A court in Texas decided that insurance should not cover free HIV drugs and cancer prevention - ForumDaily
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Texas court decides insurance should not cover free HIV drugs and cancer prevention

A Texas federal court struck down a key provision of the Affordable Care Act, known as Obamacare, jeopardizing the free coverage of a wide range of preventive services, including mammograms, cancer screenings, colonoscopies and mental health screenings, for nearly 168 million people who receive health insurance from an employer and in the individual Obamacare market. The edition told in more detail Political.

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District Court Judge Reid O'Connor, author of several previous rulings against Obamacare, sided with conservative employers and individuals in Texas who argued that the US Preventive Services Task Force, which established these requirements, has been operating unconstitutionally since 2010. The decision blocks enforcement of the law across the country.

O'Connor, appointed by President George W. Bush to the US District Court for the Northern District of Texas, ruled that the requirement to cover HIV prevention drugs violates the religious rights of employers and cannot be used against them.

O'Connor wrote that employers and individuals had the right to sue because "forced coverage of these services violates their religious beliefs and makes them complicit in facilitating homosexual behavior, drug use, and sexual relations outside of marriage."

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Judge O'Connor partially agreed but did not grant two other demands - one for reasons of religious rights and the other for reasons of secular costs - to block the ACA's mandate for contraception. The applicants said they plan to appeal the decision.

The decision also does not affect access to free vaccines, which are covered by another part of the law.

This decision comes four years after the same judge ruled the entire Obamacare program unconstitutional, and the decision was later overturned by the US Supreme Court. This is another move in the long-term struggle of conservatives to repeal the health care law signed by the 44th President Barack Obama.

The administration of incumbent US President Joe Biden, which is expected to appeal to the conservative US Court of Appeals for the 5th Circuit, has made several arguments in defense of a landmark health care reform bill that the judge rejected, including that the availability of PrEP and other preventative Sexual health services are key to combating the spread of HIV.

While he acknowledged that there is "a compelling government interest in curbing the spread of a potentially fatal infectious disease like HIV," O'Connor said the government does not need to force private insurance companies to cover drugs like PrEP to achieve its goal.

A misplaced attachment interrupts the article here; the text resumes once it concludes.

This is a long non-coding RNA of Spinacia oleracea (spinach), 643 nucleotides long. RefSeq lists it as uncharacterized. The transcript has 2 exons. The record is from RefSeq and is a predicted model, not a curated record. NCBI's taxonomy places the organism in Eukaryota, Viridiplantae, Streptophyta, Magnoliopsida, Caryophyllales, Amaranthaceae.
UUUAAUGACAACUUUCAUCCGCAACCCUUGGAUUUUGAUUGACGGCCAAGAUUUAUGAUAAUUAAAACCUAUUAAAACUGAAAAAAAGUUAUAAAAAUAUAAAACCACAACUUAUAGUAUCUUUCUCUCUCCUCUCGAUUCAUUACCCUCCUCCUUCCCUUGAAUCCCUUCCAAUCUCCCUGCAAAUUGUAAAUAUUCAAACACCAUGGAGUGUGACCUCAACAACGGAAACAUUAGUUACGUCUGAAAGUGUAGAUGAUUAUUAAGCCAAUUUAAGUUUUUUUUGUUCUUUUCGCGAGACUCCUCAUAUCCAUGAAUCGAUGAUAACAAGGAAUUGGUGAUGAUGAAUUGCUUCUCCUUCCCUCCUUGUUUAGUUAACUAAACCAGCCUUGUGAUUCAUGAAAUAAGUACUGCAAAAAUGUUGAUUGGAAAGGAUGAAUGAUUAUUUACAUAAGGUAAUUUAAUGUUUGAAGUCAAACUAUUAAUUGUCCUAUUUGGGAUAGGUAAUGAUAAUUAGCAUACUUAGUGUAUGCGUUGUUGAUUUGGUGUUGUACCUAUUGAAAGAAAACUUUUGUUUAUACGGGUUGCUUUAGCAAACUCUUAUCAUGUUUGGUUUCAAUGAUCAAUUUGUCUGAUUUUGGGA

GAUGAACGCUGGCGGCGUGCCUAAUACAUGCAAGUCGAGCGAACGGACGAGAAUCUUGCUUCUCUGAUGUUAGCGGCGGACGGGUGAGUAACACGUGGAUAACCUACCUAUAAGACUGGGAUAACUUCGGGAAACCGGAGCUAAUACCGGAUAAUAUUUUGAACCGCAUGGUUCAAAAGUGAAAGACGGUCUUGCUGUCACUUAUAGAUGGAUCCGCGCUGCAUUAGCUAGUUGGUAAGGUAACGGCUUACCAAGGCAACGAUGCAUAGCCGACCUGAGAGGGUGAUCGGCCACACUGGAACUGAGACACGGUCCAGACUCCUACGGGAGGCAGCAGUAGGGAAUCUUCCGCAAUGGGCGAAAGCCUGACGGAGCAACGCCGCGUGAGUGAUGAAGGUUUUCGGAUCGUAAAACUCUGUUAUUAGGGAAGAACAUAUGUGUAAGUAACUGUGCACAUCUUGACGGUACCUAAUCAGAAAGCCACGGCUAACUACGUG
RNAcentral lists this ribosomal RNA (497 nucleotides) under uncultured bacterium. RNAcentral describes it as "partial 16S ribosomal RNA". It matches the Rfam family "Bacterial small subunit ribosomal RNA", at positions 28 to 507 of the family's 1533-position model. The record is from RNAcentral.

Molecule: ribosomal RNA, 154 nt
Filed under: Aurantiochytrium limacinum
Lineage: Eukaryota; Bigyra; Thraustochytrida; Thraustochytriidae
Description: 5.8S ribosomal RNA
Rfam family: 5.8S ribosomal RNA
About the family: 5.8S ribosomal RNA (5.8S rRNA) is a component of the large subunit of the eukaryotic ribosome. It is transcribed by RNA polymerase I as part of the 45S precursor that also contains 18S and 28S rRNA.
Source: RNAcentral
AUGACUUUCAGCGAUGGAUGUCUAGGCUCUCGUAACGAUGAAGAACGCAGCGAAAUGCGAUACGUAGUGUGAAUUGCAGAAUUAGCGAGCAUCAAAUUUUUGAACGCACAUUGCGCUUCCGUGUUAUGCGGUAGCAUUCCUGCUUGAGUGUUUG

O'Connor rejected the Justice Department's argument that employers cannot prove that they have been harmed as a result of preventive care insurance payments and therefore do not have the right to sue.

The decision notes that when Biden administration lawyers asked employers how much more coverage for preventive services increased their premiums, "Plaintiffs responded that they could not quantify the increased costs but knew their premiums had become too expensive to afford."

O'Connor sided with the employers as early as September, but did not say whether his decision would only apply to people filing a lawsuit, to everyone in Texas or across the country, and requested an additional briefing. O'Connor eventually granted requests for a "one-stop" solution that could potentially upend the national insurance market.

While 15 states require insurance companies to cover these types of preventive services regardless of federal law, these rules do not apply to employer self-insurance plans, which cover most people with private insurance.

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Democratic leaders are calling on the administration to immediately appeal what they called the "reckless decision," warning that it "endangers lives if people are forced to forego routine screenings and treatments."

“I urge all health insurance companies to commit to continuing to cover all preventive services without cost sharing while this case is under litigation and until a final decision is made on the claim,” said Frank Pallone, member of the Energy and Trade Committee.

Health insurance experts say that while the decision is unlikely to have an immediate effect, patients may be deterred from seeking services for fear of being billed for treatment.

“Most insurance plans are valid until the end of the year, so the effects will not be felt immediately, but this is not universal,” warned Nicholas Bagley is a University of Michigan professor of research into the implementation of the Affordable Care Act.

The case could eventually go all the way to the Supreme Court, which has repeatedly upheld the Affordable Care Act but cut important parts of the law, including requirements for contraceptive coverage and the expansion of Medicaid.

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